a. Radio Wave Components.
Energy is radiated by a transmitting antenna in
the form of an electromagnetic wave which consists essentially of two parts,
groundwave and skywave.
(1) The groundwave travels close to the surface of the earth and has a
relatively short range.
The distance range of the groundwave is
affected by the transmitting frequency; the higher the frequency, the
shorter the range.
(2) The skywave travels upward from the antenna at all angles, and is
usually bent back to the earth's surface by the ionosphere, an
electrically charged (ionized) region of the atmosphere.
the bending effect of the ionosphere, the skywave returns to the earth
at some distance from the transmitting antenna.
In this way, the
skywave makes long-distance communication possible.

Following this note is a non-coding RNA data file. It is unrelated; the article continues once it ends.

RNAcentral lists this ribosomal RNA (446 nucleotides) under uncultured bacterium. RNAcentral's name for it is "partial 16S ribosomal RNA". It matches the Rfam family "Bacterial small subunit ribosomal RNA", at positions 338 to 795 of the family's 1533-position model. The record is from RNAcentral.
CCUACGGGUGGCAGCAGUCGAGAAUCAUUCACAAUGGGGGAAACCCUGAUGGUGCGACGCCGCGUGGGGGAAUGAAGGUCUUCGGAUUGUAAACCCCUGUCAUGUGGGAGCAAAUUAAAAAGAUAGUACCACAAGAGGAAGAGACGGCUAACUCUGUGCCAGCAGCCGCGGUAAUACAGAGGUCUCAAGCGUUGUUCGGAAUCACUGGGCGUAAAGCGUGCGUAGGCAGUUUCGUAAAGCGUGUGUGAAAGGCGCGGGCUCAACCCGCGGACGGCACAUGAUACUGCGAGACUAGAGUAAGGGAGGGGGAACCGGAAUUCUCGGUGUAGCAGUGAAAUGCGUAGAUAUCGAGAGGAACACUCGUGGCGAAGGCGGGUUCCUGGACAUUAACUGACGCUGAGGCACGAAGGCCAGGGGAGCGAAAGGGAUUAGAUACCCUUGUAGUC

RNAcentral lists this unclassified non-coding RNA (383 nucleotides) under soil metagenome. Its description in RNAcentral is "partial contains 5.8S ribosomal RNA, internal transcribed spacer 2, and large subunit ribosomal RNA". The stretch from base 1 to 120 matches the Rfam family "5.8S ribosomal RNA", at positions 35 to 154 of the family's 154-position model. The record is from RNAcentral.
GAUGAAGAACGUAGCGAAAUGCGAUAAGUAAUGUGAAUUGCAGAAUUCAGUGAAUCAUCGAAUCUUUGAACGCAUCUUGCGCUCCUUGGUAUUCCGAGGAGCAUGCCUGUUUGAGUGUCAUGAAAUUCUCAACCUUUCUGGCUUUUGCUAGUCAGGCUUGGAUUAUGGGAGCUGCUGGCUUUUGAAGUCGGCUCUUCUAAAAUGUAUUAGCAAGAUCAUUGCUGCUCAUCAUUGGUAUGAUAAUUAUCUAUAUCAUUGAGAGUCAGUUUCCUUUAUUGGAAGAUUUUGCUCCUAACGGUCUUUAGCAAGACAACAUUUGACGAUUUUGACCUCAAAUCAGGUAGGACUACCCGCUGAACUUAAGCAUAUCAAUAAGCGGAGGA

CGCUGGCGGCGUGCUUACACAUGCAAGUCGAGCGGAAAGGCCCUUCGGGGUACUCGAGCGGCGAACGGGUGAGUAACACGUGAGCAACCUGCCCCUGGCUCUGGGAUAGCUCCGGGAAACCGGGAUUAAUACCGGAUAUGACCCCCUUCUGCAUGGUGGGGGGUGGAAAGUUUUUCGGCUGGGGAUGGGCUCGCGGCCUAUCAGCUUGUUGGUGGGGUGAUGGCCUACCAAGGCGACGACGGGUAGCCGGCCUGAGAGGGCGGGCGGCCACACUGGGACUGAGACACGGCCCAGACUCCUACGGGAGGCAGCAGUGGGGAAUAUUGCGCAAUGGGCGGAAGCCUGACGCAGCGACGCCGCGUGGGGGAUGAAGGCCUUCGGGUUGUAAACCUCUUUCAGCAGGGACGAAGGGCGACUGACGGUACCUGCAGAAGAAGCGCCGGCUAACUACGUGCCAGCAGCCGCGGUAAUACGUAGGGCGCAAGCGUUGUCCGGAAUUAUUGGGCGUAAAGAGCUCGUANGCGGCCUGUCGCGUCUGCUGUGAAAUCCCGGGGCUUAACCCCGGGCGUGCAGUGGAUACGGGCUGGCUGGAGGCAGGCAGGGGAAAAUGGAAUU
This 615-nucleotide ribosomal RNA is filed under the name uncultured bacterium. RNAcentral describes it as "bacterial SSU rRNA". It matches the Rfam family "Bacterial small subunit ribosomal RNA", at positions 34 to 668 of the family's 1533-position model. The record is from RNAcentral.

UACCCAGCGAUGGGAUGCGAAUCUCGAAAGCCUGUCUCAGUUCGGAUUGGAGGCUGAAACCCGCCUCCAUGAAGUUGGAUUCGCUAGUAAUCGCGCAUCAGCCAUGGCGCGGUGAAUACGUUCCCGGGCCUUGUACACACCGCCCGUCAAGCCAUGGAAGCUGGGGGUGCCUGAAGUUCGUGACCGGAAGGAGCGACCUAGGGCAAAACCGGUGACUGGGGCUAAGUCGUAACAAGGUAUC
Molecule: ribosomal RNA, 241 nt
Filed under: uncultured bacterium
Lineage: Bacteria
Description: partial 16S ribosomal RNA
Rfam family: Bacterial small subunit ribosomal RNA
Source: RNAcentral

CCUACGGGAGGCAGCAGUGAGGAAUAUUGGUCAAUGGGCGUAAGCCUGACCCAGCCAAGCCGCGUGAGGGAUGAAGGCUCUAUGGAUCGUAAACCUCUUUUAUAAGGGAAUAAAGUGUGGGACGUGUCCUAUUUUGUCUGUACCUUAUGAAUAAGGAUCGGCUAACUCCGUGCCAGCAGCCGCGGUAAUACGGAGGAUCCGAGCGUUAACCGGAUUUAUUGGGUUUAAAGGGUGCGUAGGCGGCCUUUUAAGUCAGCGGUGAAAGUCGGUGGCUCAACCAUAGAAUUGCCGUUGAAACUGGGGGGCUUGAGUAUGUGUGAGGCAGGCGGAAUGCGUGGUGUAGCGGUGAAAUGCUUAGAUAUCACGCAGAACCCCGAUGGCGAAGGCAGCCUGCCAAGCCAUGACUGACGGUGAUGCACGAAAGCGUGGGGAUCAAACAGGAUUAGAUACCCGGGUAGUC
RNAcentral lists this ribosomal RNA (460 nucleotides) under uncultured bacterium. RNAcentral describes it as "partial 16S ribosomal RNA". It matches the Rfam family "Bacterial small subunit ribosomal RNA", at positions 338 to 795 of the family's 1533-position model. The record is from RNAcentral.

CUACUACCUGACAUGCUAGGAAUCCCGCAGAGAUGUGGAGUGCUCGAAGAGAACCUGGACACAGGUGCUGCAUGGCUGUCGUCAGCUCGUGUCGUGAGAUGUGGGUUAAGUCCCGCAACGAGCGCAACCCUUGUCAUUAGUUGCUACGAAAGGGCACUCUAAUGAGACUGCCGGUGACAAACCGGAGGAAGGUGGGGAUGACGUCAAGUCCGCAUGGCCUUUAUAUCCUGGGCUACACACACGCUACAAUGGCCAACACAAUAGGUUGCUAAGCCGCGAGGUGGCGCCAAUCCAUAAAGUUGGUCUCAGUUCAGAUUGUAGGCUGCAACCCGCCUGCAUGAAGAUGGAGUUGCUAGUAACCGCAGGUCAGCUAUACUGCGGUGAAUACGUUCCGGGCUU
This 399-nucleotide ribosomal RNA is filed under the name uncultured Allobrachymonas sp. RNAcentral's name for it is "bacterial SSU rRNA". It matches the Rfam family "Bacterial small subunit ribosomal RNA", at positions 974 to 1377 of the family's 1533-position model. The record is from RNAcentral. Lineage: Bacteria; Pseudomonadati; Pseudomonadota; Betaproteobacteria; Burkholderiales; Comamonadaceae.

(3) The approximate ranges of groundwaves and skywaves at tactical radio
frequencies are shown in the following chart.
During transmission, an RF current in the conductor
the conductor is equal to half the wavelength of the electromagnetic wave, the
result is a half-wave antenna.
(1) The half-wave is the physical length of the basic antenna element. The
dipole shown in figure 2-4 is a typical half-wave antenna.
the radiation is at right angles to the plane of the antenna, and
completely encircles the conductor.
therefore, can be compared with a doughnut, with the radiator passing
through its center, as shown in figure 2-4.
(2) The quarter-wave vertical antenna is a variation of the basic half-wave
antenna. The mast represents a quarter wavelength of the radio signal,
and the other quarter wavelength is supplied by a ground image to make
up the required half-wave antenna.
The ground image may be an
artificial ground (called a counterpoise), the earth itself, or the
metal body of a vehicle on which the antenna is mounted.